• Workers’ compensation insurance: Often referred to as workers’ comp, this policy is legally required in most states if you hire employees. It helps cover medical care and lost wages for an employee who is hurt at work and cannot return.
  • Business umbrella insurance: No matter how careful you or your employees are, mistakes and accidents unfortunately do happen. That’s why many business owners make the smart decision to protect themselves with extra business liability insurance. Known as Business Catastrophe Liability at ERIE, this additional layer of coverage gives you extra protection and peace of mind above and beyond your commercial general liability, professional liability, business auto liability and employers liability insurance. (Check with your local ERIE agent about any sublimits that might apply.)

HOW TO SAVE ON BUSINESS INSURANCE

Many times, cutting back on your business insurance coverage can expose you to far more risk than the premiums you’ll save are worth. If you’re looking for savings, here are some tips to help keep costs in check without sacrificing protection:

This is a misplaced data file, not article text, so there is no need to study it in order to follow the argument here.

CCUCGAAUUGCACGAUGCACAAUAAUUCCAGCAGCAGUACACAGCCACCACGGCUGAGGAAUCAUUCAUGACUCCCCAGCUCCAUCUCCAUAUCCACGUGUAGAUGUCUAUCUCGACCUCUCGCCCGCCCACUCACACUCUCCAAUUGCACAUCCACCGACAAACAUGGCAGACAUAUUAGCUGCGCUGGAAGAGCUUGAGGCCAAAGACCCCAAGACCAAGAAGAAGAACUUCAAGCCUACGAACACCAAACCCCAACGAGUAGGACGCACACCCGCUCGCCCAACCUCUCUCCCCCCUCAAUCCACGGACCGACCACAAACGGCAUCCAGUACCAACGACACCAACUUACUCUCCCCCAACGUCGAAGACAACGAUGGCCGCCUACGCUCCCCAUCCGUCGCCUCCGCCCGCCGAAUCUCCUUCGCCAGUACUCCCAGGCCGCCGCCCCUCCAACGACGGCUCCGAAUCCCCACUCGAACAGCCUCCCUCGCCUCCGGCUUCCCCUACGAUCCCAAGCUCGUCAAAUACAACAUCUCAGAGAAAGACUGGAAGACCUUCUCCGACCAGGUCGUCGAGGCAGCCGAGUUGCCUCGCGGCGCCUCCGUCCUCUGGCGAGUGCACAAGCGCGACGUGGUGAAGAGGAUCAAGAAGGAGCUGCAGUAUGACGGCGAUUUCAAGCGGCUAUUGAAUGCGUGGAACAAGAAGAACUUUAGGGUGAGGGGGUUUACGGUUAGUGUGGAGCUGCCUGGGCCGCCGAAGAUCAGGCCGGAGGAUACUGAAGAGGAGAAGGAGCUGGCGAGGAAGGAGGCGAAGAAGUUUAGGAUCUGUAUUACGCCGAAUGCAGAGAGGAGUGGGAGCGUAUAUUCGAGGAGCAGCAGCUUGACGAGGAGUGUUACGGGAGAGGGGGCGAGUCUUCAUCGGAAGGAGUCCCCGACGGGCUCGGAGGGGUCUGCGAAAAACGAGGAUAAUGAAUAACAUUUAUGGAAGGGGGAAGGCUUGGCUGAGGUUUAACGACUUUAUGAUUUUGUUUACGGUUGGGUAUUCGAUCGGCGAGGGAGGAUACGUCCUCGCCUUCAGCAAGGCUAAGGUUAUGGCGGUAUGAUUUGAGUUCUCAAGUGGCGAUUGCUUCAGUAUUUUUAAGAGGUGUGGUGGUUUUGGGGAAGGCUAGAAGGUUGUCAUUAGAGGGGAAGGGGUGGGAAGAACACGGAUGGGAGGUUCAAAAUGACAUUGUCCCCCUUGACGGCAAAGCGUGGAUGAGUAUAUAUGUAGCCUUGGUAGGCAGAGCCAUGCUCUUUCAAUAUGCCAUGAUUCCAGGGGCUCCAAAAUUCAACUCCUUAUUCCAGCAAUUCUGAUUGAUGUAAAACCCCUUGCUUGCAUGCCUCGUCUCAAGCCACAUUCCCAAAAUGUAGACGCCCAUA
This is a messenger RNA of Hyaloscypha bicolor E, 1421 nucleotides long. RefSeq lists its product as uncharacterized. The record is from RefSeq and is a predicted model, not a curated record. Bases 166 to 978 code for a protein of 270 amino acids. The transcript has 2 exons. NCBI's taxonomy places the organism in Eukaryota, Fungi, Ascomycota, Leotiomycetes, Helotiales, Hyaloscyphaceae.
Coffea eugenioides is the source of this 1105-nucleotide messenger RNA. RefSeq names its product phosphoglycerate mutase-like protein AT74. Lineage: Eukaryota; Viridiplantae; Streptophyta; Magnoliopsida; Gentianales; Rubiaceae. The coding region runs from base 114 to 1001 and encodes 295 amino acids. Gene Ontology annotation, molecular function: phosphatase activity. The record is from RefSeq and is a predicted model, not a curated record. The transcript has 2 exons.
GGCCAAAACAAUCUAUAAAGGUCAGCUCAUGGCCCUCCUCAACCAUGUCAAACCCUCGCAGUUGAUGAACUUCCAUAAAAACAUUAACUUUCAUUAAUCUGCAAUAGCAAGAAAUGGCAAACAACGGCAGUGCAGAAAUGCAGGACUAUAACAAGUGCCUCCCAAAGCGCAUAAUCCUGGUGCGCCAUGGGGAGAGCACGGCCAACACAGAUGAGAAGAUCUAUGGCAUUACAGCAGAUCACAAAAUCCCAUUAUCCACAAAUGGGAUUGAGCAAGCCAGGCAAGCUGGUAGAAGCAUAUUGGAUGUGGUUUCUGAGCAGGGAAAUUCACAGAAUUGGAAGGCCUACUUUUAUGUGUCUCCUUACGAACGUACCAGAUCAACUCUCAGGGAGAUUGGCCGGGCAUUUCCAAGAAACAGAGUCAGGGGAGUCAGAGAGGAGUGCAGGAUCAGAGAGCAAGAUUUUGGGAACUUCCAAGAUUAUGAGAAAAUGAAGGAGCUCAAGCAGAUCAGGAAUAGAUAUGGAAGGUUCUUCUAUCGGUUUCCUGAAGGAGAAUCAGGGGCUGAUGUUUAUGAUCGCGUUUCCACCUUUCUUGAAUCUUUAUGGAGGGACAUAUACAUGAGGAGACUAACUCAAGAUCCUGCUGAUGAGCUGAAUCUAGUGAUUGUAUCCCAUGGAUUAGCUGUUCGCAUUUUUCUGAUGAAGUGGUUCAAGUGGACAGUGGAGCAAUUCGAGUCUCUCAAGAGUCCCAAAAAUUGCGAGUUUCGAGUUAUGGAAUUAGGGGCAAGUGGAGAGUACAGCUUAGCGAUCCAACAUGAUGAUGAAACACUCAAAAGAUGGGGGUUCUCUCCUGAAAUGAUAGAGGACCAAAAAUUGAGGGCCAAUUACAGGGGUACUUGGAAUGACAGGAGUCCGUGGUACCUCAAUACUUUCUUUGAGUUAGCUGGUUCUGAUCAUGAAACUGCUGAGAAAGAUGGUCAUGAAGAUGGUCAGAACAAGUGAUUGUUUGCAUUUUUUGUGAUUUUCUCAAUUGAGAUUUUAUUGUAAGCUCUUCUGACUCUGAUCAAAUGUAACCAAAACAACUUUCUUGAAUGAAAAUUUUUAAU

• Review your policy annually. Meet with your local ERIE agent to review your policy each year and make sure your coverage is up to date. A policy review can help ensure every asset is accounted for, and that every opportunity for savings is taken advantage of.
  • Maintain proper employee classifications. Employee class codes have implications, especially in dangerous work environments. Make sure that you and your team are accurately classified to save money and protect your workers.
  • Keep coverage during every season. During slow seasons, you might be tempted to let your coverage lapse. However, lapsed coverage leaves your business vulnerable and could lead to fees and higher rates. Every business’s circumstances are different, but generally speaking, it’s wise to consider year-round coverage.
  • Bundle your coverages. Many insurance providers offer savings when you purchase multiple policies with them. Take advantage of multi-policy discounts, get more comprehensive protection and ease the claims process by bundling business insurance with one provider.
  • Create a safer environment. Train and educate employees on workplace safety to help reduce rates and liabilities. (Bonus: ERIE even offers risk control services to help advise businesses like yours on ways to improve processes and safety protocols.)